If you have never experienced a cold or flu, you may wonder, “Can I catch it from someone else?” This article will walk you through the causes, symptoms, and treatments for both. We’ll also cover ways to avoid getting ill with either one. This will make it easier to identify the cause of your illness. You’ll also be better able to treat yourself should you become sick.
The difference between a cold and the flu is more than merely the presence of a common upper respiratory tract infection. While colds and influenza have similar symptoms, they differ in many ways. First, colds tend to affect the nose and sinuses, while flu and its more severe cousin, the flu, affect the whole body. Another critical difference between a cold and the flu is that a cold may also include symptoms of the throat and eyes.
When a person has a cold or flu, they will usually experience a fever. This is because the body has to raise its temperature to fight infection. It does this by sending signaling molecules and hormones to the brain. A cold may cause a mild fever, while a flu virus causes a high fever. While most people will have some of the same symptoms, a fever is more likely to occur if someone has the flu virus.
A typical cold or flu is characterized by high temperature, runny nose, and chills. It may also be accompanied by headaches, muscle aches, and weakness. These symptoms can make you feel sluggish and unable to function normally. The cold can also lead to further serious problems, including respiratory diseases. It is therefore essential to consult a doctor as soon as you feel the signs of a cold or flu.
Being around sick people is also a cause of cold and flu. Many viruses that cause colds and flu are airborne and can be easily inhaled. Being around a sick person can spread the virus to others, and people in close contact with them may be at risk of contracting it. Several factors increase your chances of getting colds or the flu, including inadequate sleep, exposure to cold-infected people, and exposure to unfavorable environmental conditions.
Several treatments are available for the common cold, including antihistamines, decongestants, zinc, and heated, humidified air. Medications are also available over-the-counter, such as acetaminophen and chlorpheniramine. Some of these anti-inflammatory drugs cause drowsiness but do not treat the infection. If you are experiencing any of the symptoms above, consult your physician for a more comprehensive treatment.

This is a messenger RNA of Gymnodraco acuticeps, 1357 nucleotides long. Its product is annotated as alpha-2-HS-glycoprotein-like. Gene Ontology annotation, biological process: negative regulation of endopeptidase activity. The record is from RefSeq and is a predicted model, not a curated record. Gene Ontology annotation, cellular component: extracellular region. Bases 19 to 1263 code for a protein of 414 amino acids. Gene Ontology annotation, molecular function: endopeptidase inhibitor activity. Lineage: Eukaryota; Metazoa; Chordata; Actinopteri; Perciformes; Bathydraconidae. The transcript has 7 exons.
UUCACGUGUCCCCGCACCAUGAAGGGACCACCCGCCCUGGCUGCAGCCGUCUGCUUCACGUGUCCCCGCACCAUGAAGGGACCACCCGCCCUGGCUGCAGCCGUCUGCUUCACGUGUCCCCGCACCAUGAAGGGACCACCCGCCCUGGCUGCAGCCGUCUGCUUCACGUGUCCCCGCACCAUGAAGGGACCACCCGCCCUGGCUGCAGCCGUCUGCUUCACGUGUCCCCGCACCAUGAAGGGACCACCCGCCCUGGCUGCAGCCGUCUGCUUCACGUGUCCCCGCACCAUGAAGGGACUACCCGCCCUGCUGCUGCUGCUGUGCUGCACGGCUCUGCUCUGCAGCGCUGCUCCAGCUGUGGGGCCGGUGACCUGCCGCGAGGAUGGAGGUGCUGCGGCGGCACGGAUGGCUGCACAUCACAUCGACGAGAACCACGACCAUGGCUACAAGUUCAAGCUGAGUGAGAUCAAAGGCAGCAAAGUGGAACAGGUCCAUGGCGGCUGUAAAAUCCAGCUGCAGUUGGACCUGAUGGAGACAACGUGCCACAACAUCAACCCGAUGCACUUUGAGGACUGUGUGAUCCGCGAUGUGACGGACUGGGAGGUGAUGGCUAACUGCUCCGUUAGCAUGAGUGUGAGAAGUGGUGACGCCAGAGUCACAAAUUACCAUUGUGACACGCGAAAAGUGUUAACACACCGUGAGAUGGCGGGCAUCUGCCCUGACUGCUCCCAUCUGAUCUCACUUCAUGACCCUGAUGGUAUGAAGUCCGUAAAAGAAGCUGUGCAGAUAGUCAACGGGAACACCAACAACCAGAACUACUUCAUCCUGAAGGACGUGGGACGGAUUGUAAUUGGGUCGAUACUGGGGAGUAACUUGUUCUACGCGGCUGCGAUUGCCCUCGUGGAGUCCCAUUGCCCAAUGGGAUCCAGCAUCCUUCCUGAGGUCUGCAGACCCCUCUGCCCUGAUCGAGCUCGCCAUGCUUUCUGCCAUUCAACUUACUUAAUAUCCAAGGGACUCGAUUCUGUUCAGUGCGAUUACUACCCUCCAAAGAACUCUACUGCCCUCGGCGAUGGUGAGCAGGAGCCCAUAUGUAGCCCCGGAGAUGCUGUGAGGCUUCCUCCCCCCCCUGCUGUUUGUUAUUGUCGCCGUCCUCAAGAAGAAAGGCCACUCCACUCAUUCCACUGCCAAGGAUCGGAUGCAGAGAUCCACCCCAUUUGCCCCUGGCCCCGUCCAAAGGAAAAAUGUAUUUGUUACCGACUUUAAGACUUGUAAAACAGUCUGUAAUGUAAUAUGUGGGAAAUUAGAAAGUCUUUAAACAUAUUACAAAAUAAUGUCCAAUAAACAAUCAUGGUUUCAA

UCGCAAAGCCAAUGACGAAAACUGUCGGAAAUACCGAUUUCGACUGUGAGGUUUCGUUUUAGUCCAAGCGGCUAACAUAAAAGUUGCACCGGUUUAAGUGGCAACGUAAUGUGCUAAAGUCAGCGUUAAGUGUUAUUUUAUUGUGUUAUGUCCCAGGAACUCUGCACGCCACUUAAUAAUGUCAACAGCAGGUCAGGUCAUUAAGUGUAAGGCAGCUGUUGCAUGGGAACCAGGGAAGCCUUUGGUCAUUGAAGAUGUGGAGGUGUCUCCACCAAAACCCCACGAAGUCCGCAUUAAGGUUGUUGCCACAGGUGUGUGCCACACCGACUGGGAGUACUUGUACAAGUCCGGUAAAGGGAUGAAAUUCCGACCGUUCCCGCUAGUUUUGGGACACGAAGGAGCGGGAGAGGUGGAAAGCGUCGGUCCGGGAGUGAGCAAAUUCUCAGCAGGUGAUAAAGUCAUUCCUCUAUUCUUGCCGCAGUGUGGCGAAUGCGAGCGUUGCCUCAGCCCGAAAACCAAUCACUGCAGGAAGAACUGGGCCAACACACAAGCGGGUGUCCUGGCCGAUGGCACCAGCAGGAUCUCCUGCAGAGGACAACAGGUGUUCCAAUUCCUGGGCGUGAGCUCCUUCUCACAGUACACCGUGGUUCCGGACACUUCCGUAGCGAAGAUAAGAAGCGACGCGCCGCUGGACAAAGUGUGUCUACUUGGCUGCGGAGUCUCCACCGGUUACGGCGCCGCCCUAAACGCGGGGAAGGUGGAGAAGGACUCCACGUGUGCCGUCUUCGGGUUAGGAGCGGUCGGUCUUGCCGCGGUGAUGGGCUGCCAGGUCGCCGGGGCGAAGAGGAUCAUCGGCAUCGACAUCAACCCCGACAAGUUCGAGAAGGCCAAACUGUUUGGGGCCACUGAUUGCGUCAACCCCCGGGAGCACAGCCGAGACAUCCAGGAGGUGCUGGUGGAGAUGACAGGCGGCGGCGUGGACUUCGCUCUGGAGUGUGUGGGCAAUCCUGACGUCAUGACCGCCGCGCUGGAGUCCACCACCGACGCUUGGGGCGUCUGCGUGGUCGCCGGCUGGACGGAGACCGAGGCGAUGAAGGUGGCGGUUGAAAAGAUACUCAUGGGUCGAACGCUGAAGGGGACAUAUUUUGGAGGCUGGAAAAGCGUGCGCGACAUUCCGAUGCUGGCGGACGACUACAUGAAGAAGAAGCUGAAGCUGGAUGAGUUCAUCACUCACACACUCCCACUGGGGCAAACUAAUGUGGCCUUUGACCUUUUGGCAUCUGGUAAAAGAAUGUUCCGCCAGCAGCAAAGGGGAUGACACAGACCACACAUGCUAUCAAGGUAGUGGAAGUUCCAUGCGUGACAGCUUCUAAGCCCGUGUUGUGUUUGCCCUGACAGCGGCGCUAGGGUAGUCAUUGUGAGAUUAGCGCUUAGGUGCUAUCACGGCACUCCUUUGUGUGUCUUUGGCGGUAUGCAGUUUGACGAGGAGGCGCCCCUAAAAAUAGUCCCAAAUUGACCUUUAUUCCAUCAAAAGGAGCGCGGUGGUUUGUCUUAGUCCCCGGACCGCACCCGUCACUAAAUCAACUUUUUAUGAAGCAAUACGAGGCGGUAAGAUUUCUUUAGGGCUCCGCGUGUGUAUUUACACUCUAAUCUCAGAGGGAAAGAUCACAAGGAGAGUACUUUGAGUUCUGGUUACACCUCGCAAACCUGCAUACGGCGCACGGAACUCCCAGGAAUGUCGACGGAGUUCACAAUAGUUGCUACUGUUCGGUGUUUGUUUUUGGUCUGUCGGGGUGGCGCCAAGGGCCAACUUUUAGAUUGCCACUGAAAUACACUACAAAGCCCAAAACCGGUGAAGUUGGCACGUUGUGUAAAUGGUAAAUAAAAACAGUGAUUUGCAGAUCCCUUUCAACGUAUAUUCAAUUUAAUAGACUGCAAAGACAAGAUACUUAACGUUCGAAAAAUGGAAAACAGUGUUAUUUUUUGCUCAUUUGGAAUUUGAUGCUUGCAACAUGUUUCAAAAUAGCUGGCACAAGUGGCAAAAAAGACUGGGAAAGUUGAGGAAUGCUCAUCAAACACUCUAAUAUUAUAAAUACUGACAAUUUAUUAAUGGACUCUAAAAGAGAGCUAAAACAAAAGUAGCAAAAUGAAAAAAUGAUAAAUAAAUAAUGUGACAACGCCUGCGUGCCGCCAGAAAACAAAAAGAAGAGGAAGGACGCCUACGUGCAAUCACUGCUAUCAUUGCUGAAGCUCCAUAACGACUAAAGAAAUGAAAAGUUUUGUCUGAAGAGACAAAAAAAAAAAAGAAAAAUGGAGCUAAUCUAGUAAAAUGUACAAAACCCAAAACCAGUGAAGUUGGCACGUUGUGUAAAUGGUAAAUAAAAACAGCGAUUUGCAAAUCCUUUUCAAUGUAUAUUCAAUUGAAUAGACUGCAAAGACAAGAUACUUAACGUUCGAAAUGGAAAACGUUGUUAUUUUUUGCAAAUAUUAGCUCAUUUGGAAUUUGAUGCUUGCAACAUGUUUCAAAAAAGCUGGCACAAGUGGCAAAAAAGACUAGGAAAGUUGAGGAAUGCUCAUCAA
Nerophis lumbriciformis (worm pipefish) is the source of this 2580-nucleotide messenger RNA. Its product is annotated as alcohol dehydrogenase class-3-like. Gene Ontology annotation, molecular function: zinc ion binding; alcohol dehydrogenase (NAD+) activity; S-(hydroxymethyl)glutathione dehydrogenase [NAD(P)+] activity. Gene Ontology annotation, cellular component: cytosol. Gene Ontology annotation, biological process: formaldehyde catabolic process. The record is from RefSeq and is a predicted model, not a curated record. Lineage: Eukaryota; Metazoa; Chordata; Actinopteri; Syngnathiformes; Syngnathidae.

Common cold and flu symptoms typically begin about one to two days after infection and include a runny nose, sore throat, cough, and fatigue. These symptoms are typical for colds and are signs of your immune system fighting an infection. When compared to influenza, symptoms are more severe. A high fever, mucus discharge, and a runny nose are common signs of influenza. Typically, the cold lasts about a day, but it can progress to bronchitis, a much more severe condition. Coughing is an essential part of the cold and flu treatment process, as it helps to rid the body of the virus.
While antihistamines do not kill viruses, they treat bacterial complications that may result from cold or flu. Antibiotics can decrease the effectiveness of other treatments, especially since overuse can lead to antibiotic resistance among bacteria. The vaccine can be either live or inactivated, depending on the symptoms you experience. Live-attenuated influenza vaccines are recommended by the World Health Organization (WHO) and contain 1 type B virus and two subtypes of A.
Although a run-of-the-mill cold is not dangerous and should not prevent you from enjoying the benefits of a good quality of life, you should be aware of the symptoms and precautions to avoid cold and flu. While most colds are not severe and do not require a doctor’s visit, they can develop into more serious illnesses. Symptoms of a bitter cold include a high fever, shortness of breath, and worsening condition. Unlike colds, flu is caused by a virus known as influenza.
While colds are generally self-limiting viral infections, you should contact your local Health Center if you develop any symptoms. While colds are usually self-limiting, you should visit the Health Center if you notice any of these symptoms or if you have other underlying conditions. You can follow simple steps such as hand-washing often to help prevent a cold from developing into the flu. Use alcohol-based hand sanitizer to wash your hands frequently, especially after using the restroom. Another good idea is to wear a mask if you’re out in public or have close contact with others.
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